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History of childbirth: fertility, pregnancy and birth in early modern Europe. Essay review.

Medical History
Cambridge University Press
Publication Date
  • Research Article
  • Anthropology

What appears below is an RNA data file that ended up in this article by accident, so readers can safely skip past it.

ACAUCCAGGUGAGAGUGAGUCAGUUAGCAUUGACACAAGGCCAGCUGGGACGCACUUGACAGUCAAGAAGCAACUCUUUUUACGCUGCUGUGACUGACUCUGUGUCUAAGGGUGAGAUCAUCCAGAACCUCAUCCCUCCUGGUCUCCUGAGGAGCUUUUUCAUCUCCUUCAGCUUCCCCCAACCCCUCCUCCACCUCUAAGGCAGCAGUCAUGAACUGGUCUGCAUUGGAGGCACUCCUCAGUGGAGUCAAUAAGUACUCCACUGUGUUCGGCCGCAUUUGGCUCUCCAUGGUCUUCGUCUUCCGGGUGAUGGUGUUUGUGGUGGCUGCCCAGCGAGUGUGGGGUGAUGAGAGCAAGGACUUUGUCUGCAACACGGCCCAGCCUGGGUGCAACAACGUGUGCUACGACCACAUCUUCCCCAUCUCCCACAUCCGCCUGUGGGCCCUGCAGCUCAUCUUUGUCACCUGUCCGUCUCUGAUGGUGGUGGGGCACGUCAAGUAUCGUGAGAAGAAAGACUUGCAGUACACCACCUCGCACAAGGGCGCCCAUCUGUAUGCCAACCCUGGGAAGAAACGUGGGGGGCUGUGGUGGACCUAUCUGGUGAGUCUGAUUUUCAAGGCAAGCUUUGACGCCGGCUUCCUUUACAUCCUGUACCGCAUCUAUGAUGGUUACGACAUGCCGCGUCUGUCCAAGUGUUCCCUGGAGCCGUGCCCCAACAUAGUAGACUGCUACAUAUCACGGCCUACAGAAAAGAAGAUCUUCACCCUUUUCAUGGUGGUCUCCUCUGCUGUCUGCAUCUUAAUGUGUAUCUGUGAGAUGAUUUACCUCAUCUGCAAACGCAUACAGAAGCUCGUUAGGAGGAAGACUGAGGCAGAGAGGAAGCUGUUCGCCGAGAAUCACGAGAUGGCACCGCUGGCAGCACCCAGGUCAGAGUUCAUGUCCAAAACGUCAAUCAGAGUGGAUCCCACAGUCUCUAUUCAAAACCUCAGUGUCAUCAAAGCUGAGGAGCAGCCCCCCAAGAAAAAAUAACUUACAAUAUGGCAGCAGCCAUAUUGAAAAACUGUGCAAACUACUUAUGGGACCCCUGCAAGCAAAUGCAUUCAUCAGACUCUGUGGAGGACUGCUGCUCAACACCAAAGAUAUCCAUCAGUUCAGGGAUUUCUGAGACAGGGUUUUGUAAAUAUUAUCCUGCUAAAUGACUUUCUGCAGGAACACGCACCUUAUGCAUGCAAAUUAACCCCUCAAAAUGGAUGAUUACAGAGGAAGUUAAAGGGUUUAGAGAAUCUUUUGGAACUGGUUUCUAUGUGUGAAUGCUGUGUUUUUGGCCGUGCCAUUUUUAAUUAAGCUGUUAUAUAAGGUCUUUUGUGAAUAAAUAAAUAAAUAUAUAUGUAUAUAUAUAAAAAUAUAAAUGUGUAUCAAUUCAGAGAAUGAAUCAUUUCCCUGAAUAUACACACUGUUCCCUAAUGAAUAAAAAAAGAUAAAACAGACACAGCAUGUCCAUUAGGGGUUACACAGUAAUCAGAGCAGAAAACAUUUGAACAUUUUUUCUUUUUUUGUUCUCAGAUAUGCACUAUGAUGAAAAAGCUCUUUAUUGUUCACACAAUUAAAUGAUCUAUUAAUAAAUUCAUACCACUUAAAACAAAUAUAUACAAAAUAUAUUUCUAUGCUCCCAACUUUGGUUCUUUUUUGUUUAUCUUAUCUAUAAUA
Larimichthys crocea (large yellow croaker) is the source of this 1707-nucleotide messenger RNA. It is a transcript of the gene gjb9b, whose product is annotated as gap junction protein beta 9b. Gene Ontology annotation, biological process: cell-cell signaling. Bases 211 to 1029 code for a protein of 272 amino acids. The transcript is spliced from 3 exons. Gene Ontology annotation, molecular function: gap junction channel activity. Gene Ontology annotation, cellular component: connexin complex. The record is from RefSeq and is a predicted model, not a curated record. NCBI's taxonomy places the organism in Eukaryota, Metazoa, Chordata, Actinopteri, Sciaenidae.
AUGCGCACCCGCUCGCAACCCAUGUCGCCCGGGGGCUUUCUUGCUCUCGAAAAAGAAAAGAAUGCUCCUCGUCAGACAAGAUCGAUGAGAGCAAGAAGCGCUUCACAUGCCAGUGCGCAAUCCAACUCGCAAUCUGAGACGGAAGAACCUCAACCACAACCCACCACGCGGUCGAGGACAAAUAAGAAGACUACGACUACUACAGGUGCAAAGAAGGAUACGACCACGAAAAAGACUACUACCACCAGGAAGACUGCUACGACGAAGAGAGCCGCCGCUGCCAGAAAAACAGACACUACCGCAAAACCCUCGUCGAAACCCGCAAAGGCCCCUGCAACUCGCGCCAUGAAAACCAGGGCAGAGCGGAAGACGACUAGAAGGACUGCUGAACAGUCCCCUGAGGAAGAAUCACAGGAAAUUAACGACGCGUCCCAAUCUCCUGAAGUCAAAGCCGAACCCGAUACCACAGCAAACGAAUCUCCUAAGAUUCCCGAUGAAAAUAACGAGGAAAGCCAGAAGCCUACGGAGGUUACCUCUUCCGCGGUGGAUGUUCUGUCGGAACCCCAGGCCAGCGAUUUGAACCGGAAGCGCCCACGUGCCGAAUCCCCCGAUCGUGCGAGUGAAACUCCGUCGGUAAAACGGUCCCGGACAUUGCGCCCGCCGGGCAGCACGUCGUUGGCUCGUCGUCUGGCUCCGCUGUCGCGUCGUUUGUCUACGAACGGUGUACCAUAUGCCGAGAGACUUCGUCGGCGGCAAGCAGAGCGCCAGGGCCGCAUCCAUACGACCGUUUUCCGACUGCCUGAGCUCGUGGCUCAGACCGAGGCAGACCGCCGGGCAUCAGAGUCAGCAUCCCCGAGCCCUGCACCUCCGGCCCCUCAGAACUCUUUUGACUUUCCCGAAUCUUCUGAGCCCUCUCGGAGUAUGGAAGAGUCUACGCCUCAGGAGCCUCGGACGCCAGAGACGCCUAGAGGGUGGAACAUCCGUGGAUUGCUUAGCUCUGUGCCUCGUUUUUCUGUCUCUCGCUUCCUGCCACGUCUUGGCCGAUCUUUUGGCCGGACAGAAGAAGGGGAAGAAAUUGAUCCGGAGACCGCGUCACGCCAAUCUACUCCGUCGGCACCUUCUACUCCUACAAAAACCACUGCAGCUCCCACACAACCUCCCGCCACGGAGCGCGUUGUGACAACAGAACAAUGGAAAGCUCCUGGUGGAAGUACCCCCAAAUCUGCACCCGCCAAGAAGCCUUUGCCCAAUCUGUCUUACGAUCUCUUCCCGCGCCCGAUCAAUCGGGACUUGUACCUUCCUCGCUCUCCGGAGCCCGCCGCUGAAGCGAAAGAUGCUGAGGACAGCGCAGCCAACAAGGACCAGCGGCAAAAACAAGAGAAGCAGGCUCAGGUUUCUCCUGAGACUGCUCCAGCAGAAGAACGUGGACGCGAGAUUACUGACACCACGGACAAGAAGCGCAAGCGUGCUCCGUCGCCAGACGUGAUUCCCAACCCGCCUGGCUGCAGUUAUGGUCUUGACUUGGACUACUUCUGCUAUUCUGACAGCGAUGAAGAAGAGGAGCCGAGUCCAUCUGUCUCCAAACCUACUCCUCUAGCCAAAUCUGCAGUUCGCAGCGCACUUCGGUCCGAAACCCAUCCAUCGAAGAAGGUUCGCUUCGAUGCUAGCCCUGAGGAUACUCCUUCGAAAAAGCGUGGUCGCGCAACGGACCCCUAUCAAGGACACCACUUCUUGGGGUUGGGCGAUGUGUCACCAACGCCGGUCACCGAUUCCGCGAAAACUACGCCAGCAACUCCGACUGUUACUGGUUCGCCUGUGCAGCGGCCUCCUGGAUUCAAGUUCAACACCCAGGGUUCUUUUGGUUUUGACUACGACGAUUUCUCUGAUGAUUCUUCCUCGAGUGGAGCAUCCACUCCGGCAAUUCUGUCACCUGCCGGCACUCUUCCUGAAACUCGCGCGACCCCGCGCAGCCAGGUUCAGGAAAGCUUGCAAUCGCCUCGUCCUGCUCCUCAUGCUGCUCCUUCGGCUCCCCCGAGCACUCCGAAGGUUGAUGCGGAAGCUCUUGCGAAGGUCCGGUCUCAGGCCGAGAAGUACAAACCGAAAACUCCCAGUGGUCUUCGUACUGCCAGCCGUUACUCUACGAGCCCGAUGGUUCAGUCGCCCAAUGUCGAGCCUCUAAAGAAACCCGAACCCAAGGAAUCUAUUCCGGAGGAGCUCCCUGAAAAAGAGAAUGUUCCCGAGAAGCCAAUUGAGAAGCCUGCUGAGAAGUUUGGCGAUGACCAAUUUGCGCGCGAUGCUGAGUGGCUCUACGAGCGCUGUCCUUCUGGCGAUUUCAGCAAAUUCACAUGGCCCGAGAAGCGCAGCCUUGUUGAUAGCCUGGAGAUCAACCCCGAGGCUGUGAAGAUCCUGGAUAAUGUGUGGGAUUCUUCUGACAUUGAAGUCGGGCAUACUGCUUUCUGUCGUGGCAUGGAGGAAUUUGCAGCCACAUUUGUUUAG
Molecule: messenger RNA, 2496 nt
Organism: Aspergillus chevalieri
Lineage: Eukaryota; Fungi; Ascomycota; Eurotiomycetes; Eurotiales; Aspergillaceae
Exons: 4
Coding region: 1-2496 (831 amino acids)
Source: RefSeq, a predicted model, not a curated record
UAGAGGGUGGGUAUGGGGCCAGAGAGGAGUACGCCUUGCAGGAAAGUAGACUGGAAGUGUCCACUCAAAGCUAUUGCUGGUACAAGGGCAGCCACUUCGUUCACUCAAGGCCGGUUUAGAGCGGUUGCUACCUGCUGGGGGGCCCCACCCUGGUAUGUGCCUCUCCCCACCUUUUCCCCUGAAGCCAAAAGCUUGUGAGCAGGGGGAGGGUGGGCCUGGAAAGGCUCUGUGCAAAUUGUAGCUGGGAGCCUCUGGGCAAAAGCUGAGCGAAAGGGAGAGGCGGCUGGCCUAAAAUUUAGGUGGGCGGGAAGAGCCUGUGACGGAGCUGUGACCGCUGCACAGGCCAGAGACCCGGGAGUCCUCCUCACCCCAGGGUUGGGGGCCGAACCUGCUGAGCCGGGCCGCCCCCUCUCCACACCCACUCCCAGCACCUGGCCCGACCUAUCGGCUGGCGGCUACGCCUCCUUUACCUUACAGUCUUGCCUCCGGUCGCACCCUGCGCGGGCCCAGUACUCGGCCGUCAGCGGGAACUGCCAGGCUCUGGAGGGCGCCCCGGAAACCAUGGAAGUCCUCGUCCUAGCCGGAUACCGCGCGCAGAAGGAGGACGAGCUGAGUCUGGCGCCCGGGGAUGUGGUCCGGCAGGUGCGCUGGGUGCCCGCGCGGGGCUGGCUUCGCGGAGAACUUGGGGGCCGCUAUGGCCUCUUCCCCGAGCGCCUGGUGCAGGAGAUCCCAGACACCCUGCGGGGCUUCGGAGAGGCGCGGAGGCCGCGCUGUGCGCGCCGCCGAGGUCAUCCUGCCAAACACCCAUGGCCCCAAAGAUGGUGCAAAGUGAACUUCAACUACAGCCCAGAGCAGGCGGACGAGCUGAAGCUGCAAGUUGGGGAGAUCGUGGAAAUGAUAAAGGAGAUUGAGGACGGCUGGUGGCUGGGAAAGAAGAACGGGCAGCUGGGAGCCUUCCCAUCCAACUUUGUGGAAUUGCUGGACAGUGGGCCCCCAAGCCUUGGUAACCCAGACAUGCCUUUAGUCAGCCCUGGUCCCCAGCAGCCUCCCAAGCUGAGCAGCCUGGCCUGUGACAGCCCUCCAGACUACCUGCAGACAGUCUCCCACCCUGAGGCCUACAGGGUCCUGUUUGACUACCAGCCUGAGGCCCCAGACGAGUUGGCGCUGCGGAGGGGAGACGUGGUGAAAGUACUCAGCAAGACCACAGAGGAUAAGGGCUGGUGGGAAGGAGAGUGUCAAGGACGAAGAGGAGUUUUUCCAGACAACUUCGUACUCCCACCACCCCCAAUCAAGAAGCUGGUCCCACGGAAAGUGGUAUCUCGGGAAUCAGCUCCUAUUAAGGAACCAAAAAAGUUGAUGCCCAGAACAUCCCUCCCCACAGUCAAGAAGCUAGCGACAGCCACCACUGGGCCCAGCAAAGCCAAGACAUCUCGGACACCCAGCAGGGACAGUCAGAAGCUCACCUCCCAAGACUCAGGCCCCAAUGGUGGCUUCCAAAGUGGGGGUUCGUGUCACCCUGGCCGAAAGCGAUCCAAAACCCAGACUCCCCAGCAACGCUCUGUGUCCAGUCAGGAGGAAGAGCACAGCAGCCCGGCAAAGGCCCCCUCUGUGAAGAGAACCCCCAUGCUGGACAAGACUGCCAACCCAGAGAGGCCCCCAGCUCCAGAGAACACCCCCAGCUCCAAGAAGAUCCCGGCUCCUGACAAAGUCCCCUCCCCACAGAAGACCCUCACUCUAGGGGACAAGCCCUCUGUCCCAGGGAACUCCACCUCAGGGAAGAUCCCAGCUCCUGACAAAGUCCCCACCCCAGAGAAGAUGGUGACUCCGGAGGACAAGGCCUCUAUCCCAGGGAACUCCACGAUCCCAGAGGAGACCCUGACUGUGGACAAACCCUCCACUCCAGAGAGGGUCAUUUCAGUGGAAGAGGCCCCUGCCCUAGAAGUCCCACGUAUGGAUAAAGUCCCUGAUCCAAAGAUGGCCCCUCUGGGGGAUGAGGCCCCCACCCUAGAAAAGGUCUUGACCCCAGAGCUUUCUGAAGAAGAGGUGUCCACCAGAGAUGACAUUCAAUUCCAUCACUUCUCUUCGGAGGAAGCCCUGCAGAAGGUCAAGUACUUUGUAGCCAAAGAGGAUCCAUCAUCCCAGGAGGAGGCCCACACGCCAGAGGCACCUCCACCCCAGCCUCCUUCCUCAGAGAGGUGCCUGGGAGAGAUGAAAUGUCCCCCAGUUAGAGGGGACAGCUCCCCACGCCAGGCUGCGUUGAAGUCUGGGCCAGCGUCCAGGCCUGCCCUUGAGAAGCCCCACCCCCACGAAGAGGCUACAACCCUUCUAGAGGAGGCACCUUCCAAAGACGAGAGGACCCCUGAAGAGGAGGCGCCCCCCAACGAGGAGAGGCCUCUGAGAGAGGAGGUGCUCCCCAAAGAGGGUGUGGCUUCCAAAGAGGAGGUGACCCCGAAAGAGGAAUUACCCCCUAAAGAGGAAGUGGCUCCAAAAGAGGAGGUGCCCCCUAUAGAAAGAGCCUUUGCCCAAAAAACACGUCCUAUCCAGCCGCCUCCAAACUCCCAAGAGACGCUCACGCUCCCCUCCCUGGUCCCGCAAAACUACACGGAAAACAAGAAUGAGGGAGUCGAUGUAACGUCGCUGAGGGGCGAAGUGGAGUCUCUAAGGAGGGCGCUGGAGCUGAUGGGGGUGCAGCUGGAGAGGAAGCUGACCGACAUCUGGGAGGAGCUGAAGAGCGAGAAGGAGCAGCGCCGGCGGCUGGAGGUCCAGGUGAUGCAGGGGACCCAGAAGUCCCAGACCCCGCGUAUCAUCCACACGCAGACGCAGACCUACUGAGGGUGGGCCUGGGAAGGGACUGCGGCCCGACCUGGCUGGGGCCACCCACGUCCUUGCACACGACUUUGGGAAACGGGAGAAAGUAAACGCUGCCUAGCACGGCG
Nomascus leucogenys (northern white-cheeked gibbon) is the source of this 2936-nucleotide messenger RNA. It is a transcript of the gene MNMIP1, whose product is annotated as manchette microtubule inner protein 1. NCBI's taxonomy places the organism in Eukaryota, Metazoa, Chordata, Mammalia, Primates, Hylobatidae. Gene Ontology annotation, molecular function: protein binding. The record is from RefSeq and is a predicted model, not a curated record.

Essay Reviews JACQUES GELIS, History of childbirth: fertility, pregnancy and birth in early modern Europe, transl. Rosemary Morris, Cambridge and Oxford, Polity Press, 1991, pp. xvii, 326, illus., £39.50 (0-7456-0677-6). It is a paradox that although the sources on childbirth in the past are so voluminous that "Historians are in danger of losing themselves in a labyrinthine superabundance of documentation" (p. xiv) we still know little about normal labours and the customs surrounding childbirth in early modern Europe. Here, to fill that gap, is what the author describes as "the fruit of ten years research into the anthropology of childbirth": a compendium of old beliefs, folklore, rituals, and customs concerning menstruation, infertility, pregnancy, childbirth, infant care and so forth and even a memorable section on the naming of children. There are numerous case-histories of the normal and abnormal, many of them gruesome, and some bizarre, such as the accounts of women who died and were buried undelivered, but when exhumed there was the baby between their legs. The variety and detail make compulsive reading, for there is much original material. As a fascinating collection of folklore this book may well achieve deserved popularity. Sadly however, it fails to live up to its English title as a history of childbirth in early modern Europe. There is no spatial or temporal structure. We zigzag round France at speed from Picardy to the Jura, from Cantal to Aurillac, from Angouleme, Avignon, Soissons, and Strasbourg to Le Mans, leaping from one century to another. There is little historical analysis. There is much that is slipshod, and inaccurate. There are assertions based on little or no evidence, and the style is often pretentious. From the first chapter ('Man, the Earth and the Cosmos') there is a great deal about macrocosms and microcosms, Mother Earth and the cycle of life. It is difficult to understand the purpose of passages such as "The most familiar image of human destiny is the span, or c

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